While most adolescents are susceptible to engaging in risky behaviors, teenagers in foster care are even more vulnerable. Caregivers need tools to meet the challenges of providing environments that buffer teens’ risks. Yet few cost-effective, evidence-based prevention programs exist to support these families. We present proximal outcomes on teens in foster care from a randomized controlled trial of the Connecting program, a self-administered, family-based, prevention-focused intervention based on the Social Development Model. Connecting was adapted for use within the child welfare system from the Staying Connected with Your Teen (SCT) program, which has been demonstrated to prevent substance use, risky sexual behavior, and violence 2 years following the intervention and prevent substance use into young adulthood
Data & Sample:
Two-hundred-twenty foster teen (age 11-15) and caregiver dyads were recruited from across Washington State and randomized to either receive the Connecting program (110) or into a no intervention control condition (110). Baseline equivalence was strong, showing only 1 significant difference (more Hispanic youth in the program condition). Average age of the foster youth was 12.3 at baseline; gender was balanced (54% female); youth represented diverse race/ethnicity (30% Hispanic, 12% Native, 15% Black). Families in the intervention condition received the Connecting materials (videos and handbook with activities and activity checklist) and were contacted weekly by a family consultant for about 12-14 weeks. Baseline, and posttest, assessments were conducted to determine whether Connecting has short-term effects on improving proximal family outcomes. These are expected to lead to longer term behavioral outcomes at 1 and 2 year follow-up.
Intent-to-treat analyses were conducted for teen reported proximal family scales related to the intervention. Intervention assignment effects on each outcome were analyzed separately using appropriate regression techniques (logistic, ordered logistic, or OLS) controlling for baseline levels of the outcome as well as gender, time in current placement, ethnicity, and region within the state.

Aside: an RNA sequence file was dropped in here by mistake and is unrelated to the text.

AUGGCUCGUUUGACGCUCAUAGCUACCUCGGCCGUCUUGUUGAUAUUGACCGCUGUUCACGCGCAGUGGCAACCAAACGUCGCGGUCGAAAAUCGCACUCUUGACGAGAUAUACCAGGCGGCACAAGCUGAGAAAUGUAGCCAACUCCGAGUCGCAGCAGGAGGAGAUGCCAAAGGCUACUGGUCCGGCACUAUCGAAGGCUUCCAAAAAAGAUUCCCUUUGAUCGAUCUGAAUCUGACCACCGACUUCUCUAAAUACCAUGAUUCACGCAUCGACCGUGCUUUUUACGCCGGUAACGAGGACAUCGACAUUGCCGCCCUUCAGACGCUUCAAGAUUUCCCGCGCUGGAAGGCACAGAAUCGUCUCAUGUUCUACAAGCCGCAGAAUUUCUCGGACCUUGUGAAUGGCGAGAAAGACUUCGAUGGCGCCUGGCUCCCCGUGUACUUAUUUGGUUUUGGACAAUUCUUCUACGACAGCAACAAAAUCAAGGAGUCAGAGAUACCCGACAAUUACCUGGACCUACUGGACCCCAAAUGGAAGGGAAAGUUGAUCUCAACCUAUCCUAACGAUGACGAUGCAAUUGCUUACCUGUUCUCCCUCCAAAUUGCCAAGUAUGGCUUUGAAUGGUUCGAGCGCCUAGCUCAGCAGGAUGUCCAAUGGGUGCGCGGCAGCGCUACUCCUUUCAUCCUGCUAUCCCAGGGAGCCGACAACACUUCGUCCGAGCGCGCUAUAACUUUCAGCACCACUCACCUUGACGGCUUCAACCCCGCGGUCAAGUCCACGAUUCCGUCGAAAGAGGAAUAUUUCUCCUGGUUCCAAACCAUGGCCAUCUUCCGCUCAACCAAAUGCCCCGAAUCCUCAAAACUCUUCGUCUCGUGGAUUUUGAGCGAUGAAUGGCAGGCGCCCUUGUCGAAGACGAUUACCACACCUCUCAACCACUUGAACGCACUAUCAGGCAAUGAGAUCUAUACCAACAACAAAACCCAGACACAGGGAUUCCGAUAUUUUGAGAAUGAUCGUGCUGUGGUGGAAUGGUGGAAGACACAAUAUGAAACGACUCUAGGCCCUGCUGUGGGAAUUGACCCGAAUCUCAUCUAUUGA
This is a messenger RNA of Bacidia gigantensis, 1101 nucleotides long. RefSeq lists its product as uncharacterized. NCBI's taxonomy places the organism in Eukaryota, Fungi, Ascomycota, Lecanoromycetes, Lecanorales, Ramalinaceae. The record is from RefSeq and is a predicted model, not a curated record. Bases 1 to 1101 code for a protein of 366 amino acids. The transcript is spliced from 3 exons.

Eighty-nine percent of youth completed the posttest survey. Of the 110 families assigned to the program condition 86 (78%) completed some of the program. Fifty-eight (52%) complete 60% or more of the 94 program tasks. Three of ten post-test analyses revealed that foster youth in the program condition (n=93) were significantly more likely than controls (n=104) to be have talked with their caregivers about substance use and other risky behaviors (d=.43, p=.007), to report being involved in making family rules (OR=2.38, p=.01), and to report high levels of caregiver recognition for positive behavior (OR=3.02, p=.03). Less pronounced improvements were observed in problem solving, refusal skills, and pro-bonding communication with caregivers. Scales showing no effect included family conflict, inconsistent discipline, monitoring and antisocial norms about substance use and violence.
Overall the foster teens report positive trends in strengthening their involvements with caregivers (communication, rulemaking, positive rewards). This is encouraging as these may be precursors to stronger future connections. The findings will be discussed in light of the need to provide resources to foster caregivers during this important developmental period.